Asia-Pacific Apr 23, 2012
PHILIPPINES: People with physical disabilities who have lost control of their hands stand to benefit from a new voice-activated wheelchair created by five graduating computer engineering students from the Mapua Institute of Technology.
Although the idea of a voice-activated wheelchair is not new, the Mapua team added safety features that include infrared sensors that will make the wheelchair stop when it encounters obstacles.
“We have formulated the idea of creating this design during our thesis class. At that time, we thought of different ways to help people with walking disability, especially those who have lost the ability to use their arms. They are our main inspiration. We want to boost their morale by allowing them to go to places with the slightest help possible from other people,” said team member Darryll Jade Arias.
Other members of the team that worked on the wheelchair included Francis Mark Luna, Aljon Santillan, Lloyd Edwinson Arellano and Jonathan Temeña.
The voice-activated wheelchair, with its unique safety measure features, now joins the long list of innovative designs from Mapúa.
“We are proud to introduce this project as a means of improving the existing wheelchair designs. With these new features installed, we offer them (the users) easier control and more security. The added elevation function of the wheelchair makes it more mobile and dependable. As of now, this project would be very helpful but still not perfect. We are subjecting this design to further improvement,” the group said.
The group’s prototype can easily be maneuvered through the use of a voice-activated wheelchair which has a microcontroller that accepts and carries out commands.
But in addition to the microcontroller, the wheelchair has front and back infrared (IR) sensors that can detect objects.
With the IR sensors, the wheelchair automatically stops, and three pairs of LED lights at the back will light up.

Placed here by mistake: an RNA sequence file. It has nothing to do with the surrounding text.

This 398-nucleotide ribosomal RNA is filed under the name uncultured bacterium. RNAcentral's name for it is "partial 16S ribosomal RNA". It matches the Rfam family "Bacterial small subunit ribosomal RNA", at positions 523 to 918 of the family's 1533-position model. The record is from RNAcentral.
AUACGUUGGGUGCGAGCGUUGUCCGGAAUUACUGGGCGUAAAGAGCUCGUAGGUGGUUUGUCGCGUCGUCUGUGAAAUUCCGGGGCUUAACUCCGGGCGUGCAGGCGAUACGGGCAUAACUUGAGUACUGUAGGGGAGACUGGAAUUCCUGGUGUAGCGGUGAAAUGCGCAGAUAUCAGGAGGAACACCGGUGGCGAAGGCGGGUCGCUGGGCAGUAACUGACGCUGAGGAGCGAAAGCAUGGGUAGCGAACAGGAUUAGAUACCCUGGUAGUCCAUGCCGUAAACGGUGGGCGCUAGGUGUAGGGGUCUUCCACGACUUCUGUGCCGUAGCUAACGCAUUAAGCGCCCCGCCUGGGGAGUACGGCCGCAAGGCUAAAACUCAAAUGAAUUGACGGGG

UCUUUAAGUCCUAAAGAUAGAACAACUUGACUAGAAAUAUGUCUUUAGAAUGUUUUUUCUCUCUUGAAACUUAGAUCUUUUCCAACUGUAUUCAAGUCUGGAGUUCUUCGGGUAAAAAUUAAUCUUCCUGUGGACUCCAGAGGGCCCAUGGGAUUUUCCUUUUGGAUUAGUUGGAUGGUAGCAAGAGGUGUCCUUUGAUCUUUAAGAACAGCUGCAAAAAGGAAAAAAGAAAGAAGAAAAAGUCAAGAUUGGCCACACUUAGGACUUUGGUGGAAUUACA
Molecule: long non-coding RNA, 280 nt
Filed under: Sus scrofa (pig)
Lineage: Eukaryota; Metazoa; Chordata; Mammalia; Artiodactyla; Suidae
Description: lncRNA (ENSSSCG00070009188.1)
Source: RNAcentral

Another pair of sensors underneath the wheelchair will make it stop if they detect there is no more surface to move on to – to prevent the user from falling off the stairs.
On the other hand, the wheelchair can elevate to a height of eight inches at most, high enough to steer clear of sidewalk gutters.
It took the team nine months to complete the prototype, with the guidance of Engineer Ayra Panganiban, their thesis adviser and overall mentor; and design adviser Engr. Analyn Yumang.
The team also tested the prototype with priority on making the user “feel safe and secure anytime.”
Panganiban said they plan to enhance the prototype based on the recommendations of the panel members during the final design presentation.
Earlier, Panganiban had worked with another team of Mapua students who designed a dual-purpose device for the blind – the “Wearable Obstacle Detection System and Braille CellPhone for the Blind.”
The mobile phone for the blind won in the 8th Smart Wireless Engineering Education Program (SWEEP) Innovation and Excellence Awards.
“The design of innovative inventions is based on the outcomes-based education initiatives of Mapúa since it promotes lifelong learning activities. In line with this, the students are encouraged to create high-impact designs or researches,” she said.